Pop culture obsessives writing for the pop culture obsessed.

Graphic designer Ellen Lampl’s website currently touts her work on Sam Raimi’s Oz The Great And Powerful. That film opened in 2013 on 3,912 screens, made $493 million worldwide, and has since been largely forgotten. However, Lampl also worked on Mike Judge’s dystopian sci-fi comedy Idiocracy, which opened in 2006 on 130 screens, made $495,000, and has since become not only a much-quoted cult hit but a film whose title comes up when highfalutin pundits discuss the dumbing down of society and what that means for the future. (Further proof of the movie’s cultural currency: When Marc Maron recently had actor Dax Shepard on his WTF podcast, Idiocracy was one of the films the actor seemed most eager to discuss.)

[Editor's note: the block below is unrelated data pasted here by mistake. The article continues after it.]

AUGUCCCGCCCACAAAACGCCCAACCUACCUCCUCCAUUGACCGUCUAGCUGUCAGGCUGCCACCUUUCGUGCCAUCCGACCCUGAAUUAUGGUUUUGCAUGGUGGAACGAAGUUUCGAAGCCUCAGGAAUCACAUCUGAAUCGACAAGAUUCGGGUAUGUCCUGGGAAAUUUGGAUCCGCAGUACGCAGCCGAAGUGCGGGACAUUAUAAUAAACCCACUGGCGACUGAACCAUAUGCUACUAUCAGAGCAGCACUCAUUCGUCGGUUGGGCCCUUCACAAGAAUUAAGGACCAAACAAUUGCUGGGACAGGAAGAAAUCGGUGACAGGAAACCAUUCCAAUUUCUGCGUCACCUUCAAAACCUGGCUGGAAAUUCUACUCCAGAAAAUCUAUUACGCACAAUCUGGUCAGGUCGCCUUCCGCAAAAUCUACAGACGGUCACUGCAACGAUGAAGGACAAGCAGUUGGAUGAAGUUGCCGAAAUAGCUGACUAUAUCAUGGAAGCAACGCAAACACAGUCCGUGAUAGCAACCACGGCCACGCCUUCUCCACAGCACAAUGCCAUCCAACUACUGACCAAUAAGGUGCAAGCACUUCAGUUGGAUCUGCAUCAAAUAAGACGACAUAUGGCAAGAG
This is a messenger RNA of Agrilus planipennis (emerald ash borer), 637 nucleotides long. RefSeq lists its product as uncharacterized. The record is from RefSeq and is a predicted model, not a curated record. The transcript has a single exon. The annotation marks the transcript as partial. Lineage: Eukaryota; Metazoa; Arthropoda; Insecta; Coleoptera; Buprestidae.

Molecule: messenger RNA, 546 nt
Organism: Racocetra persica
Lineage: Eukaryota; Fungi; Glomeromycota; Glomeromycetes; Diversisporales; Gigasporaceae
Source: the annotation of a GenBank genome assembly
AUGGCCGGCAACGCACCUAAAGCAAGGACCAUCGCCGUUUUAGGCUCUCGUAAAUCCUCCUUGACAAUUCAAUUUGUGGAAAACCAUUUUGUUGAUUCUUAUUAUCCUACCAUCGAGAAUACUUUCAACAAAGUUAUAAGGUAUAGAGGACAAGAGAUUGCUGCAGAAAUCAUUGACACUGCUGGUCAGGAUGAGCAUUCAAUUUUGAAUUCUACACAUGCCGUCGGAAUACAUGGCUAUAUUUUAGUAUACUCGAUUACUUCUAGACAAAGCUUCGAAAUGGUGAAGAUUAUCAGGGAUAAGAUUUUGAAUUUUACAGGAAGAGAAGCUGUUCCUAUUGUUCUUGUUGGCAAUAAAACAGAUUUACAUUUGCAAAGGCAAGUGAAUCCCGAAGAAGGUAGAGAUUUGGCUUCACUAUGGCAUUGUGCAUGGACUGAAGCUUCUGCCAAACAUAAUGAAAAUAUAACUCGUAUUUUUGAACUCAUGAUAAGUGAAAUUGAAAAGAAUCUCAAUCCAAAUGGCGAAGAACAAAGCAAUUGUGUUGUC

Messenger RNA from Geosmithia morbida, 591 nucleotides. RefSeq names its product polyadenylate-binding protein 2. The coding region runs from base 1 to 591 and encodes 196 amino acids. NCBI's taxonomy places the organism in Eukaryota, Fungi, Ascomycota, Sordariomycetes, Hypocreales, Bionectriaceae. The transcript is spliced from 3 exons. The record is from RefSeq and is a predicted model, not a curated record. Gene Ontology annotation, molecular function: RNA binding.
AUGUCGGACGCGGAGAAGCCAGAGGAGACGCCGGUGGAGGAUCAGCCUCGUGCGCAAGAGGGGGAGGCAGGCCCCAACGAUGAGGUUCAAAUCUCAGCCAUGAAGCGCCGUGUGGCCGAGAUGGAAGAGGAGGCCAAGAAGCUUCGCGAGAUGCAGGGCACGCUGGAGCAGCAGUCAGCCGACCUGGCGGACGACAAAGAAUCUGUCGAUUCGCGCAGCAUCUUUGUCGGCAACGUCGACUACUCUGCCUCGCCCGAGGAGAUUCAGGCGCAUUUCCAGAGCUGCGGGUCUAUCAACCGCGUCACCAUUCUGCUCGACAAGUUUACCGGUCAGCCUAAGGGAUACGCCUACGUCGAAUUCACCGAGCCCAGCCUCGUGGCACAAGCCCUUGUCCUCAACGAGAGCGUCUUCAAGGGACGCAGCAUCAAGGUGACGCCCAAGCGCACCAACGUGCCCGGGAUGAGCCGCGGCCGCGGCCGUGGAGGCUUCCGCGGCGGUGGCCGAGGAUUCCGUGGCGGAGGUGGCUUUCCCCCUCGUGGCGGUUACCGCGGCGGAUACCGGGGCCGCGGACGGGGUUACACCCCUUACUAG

One of the most distinctive features of Judge’s film is the proliferation of gaudy, ubiquitous advertising logos for products and services both real (Starbucks, Carl’s Jr.) and imaginary (Nas-Tea, Bawamba). Trivia Happy’s Phil Edwards recently had the bright idea of interviewing Ellen Lampl about the origin of these logos and the nature of her collaborations with director Mike Judge and production designer Darren Gilford. The artist describes her inspirations as “NASCAR, candy packaging, Mexico hand-painted signs, and Japanese pop culture” while explaining the catharsis she felt as someone with an advertising background being allowed to do tacky, over-the-top brand parodies. Not everything made it into the final cut, Lampl reveals, reflecting wistfully about the discarded “Museum Of Fart” sequence. Luckily, the color-coded hospital pictographs, which Lampl says were inspired by a car wash, did survive in the finished product.


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